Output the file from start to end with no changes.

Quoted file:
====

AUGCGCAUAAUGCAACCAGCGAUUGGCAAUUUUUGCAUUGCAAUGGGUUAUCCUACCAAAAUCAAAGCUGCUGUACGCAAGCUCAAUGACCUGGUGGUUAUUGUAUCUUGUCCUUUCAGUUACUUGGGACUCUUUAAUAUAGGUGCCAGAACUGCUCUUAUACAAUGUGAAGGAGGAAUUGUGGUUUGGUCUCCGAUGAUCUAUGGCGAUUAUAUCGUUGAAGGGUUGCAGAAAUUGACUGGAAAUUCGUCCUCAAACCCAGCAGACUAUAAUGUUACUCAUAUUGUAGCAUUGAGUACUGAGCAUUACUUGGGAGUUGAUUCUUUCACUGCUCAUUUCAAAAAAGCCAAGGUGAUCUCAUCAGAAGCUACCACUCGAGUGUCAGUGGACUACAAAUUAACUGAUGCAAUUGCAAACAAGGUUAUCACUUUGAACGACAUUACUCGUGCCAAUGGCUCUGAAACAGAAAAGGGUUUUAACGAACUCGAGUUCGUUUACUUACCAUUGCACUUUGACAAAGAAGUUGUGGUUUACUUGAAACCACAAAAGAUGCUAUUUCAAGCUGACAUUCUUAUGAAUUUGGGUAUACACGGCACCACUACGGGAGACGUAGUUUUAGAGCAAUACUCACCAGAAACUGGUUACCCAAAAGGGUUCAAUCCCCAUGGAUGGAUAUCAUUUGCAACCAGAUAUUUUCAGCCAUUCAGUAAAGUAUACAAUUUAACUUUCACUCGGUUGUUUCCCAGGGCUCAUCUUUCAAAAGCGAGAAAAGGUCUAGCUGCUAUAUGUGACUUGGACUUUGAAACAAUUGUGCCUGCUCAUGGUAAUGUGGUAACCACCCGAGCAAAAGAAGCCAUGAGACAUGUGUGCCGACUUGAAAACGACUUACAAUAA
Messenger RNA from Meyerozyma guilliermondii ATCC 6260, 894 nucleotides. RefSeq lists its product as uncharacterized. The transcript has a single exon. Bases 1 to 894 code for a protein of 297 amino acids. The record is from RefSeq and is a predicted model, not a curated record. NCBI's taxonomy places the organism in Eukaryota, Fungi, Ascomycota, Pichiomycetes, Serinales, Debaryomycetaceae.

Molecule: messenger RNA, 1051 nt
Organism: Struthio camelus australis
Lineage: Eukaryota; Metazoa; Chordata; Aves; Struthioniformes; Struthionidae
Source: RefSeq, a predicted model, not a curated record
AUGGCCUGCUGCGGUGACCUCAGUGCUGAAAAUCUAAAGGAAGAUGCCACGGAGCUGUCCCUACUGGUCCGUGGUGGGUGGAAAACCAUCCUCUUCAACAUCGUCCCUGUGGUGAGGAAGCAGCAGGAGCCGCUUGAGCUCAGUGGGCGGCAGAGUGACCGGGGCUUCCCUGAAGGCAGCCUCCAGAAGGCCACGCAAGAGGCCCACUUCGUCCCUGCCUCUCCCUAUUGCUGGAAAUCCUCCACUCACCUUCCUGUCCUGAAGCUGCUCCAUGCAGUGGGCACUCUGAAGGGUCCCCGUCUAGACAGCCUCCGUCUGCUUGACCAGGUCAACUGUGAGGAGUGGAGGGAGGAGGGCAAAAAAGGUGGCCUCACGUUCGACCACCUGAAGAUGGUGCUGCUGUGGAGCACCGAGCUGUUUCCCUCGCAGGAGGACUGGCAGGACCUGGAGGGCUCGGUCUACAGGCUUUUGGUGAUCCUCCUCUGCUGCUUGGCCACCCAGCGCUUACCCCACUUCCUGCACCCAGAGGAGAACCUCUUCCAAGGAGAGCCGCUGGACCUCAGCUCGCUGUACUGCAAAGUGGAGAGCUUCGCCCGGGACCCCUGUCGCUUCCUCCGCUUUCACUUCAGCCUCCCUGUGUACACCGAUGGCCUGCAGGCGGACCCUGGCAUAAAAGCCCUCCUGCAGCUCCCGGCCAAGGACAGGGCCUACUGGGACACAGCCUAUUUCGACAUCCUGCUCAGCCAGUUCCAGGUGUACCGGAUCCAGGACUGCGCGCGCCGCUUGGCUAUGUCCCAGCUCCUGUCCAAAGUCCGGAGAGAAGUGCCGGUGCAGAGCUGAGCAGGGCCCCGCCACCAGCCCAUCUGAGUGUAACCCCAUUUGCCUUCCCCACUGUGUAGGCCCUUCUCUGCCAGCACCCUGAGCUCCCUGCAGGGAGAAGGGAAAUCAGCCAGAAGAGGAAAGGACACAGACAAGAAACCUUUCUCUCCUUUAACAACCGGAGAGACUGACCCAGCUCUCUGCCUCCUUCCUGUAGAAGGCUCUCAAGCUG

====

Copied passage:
AUGCGCAUAAUGCAACCAGCGAUUGGCAAUUUUUGCAUUGCAAUGGGUUAUCCUACCAAAAUCAAAGCUGCUGUACGCAAGCUCAAUGACCUGGUGGUUAUUGUAUCUUGUCCUUUCAGUUACUUGGGACUCUUUAAUAUAGGUGCCAGAACUGCUCUUAUACAAUGUGAAGGAGGAAUUGUGGUUUGGUCUCCGAUGAUCUAUGGCGAUUAUAUCGUUGAAGGGUUGCAGAAAUUGACUGGAAAUUCGUCCUCAAACCCAGCAGACUAUAAUGUUACUCAUAUUGUAGCAUUGAGUACUGAGCAUUACUUGGGAGUUGAUUCUUUCACUGCUCAUUUCAAAAAAGCCAAGGUGAUCUCAUCAGAAGCUACCACUCGAGUGUCAGUGGACUACAAAUUAACUGAUGCAAUUGCAAACAAGGUUAUCACUUUGAACGACAUUACUCGUGCCAAUGGCUCUGAAACAGAAAAGGGUUUUAACGAACUCGAGUUCGUUUACUUACCAUUGCACUUUGACAAAGAAGUUGUGGUUUACUUGAAACCACAAAAGAUGCUAUUUCAAGCUGACAUUCUUAUGAAUUUGGGUAUACACGGCACCACUACGGGAGACGUAGUUUUAGAGCAAUACUCACCAGAAACUGGUUACCCAAAAGGGUUCAAUCCCCAUGGAUGGAUAUCAUUUGCAACCAGAUAUUUUCAGCCAUUCAGUAAAGUAUACAAUUUAACUUUCACUCGGUUGUUUCCCAGGGCUCAUCUUUCAAAAGCGAGAAAAGGUCUAGCUGCUAUAUGUGACUUGGACUUUGAAACAAUUGUGCCUGCUCAUGGUAAUGUGGUAACCACCCGAGCAAAAGAAGCCAUGAGACAUGUGUGCCGACUUGAAAACGACUUACAAUAA
Messenger RNA from Meyerozyma guilliermondii ATCC 6260, 894 nucleotides. RefSeq lists its product as uncharacterized. The transcript has a single exon. Bases 1 to 894 code for a protein of 297 amino acids. The record is from RefSeq and is a predicted model, not a curated record. NCBI's taxonomy places the organism in Eukaryota, Fungi, Ascomycota, Pichiomycetes, Serinales, Debaryomycetaceae.

Molecule: messenger RNA, 1051 nt
Organism: Struthio camelus australis
Lineage: Eukaryota; Metazoa; Chordata; Aves; Struthioniformes; Struthionidae
Source: RefSeq, a predicted model, not a curated record
AUGGCCUGCUGCGGUGACCUCAGUGCUGAAAAUCUAAAGGAAGAUGCCACGGAGCUGUCCCUACUGGUCCGUGGUGGGUGGAAAACCAUCCUCUUCAACAUCGUCCCUGUGGUGAGGAAGCAGCAGGAGCCGCUUGAGCUCAGUGGGCGGCAGAGUGACCGGGGCUUCCCUGAAGGCAGCCUCCAGAAGGCCACGCAAGAGGCCCACUUCGUCCCUGCCUCUCCCUAUUGCUGGAAAUCCUCCACUCACCUUCCUGUCCUGAAGCUGCUCCAUGCAGUGGGCACUCUGAAGGGUCCCCGUCUAGACAGCCUCCGUCUGCUUGACCAGGUCAACUGUGAGGAGUGGAGGGAGGAGGGCAAAAAAGGUGGCCUCACGUUCGACCACCUGAAGAUGGUGCUGCUGUGGAGCACCGAGCUGUUUCCCUCGCAGGAGGACUGGCAGGACCUGGAGGGCUCGGUCUACAGGCUUUUGGUGAUCCUCCUCUGCUGCUUGGCCACCCAGCGCUUACCCCACUUCCUGCACCCAGAGGAGAACCUCUUCCAAGGAGAGCCGCUGGACCUCAGCUCGCUGUACUGCAAAGUGGAGAGCUUCGCCCGGGACCCCUGUCGCUUCCUCCGCUUUCACUUCAGCCUCCCUGUGUACACCGAUGGCCUGCAGGCGGACCCUGGCAUAAAAGCCCUCCUGCAGCUCCCGGCCAAGGACAGGGCCUACUGGGACACAGCCUAUUUCGACAUCCUGCUCAGCCAGUUCCAGGUGUACCGGAUCCAGGACUGCGCGCGCCGCUUGGCUAUGUCCCAGCUCCUGUCCAAAGUCCGGAGAGAAGUGCCGGUGCAGAGCUGAGCAGGGCCCCGCCACCAGCCCAUCUGAGUGUAACCCCAUUUGCCUUCCCCACUGUGUAGGCCCUUCUCUGCCAGCACCCUGAGCUCCCUGCAGGGAGAAGGGAAAUCAGCCAGAAGAGGAAAGGACACAGACAAGAAACCUUUCUCUCCUUUAACAACCGGAGAGACUGACCCAGCUCUCUGCCUCCUUCCUGUAGAAGGCUCUCAAGCUG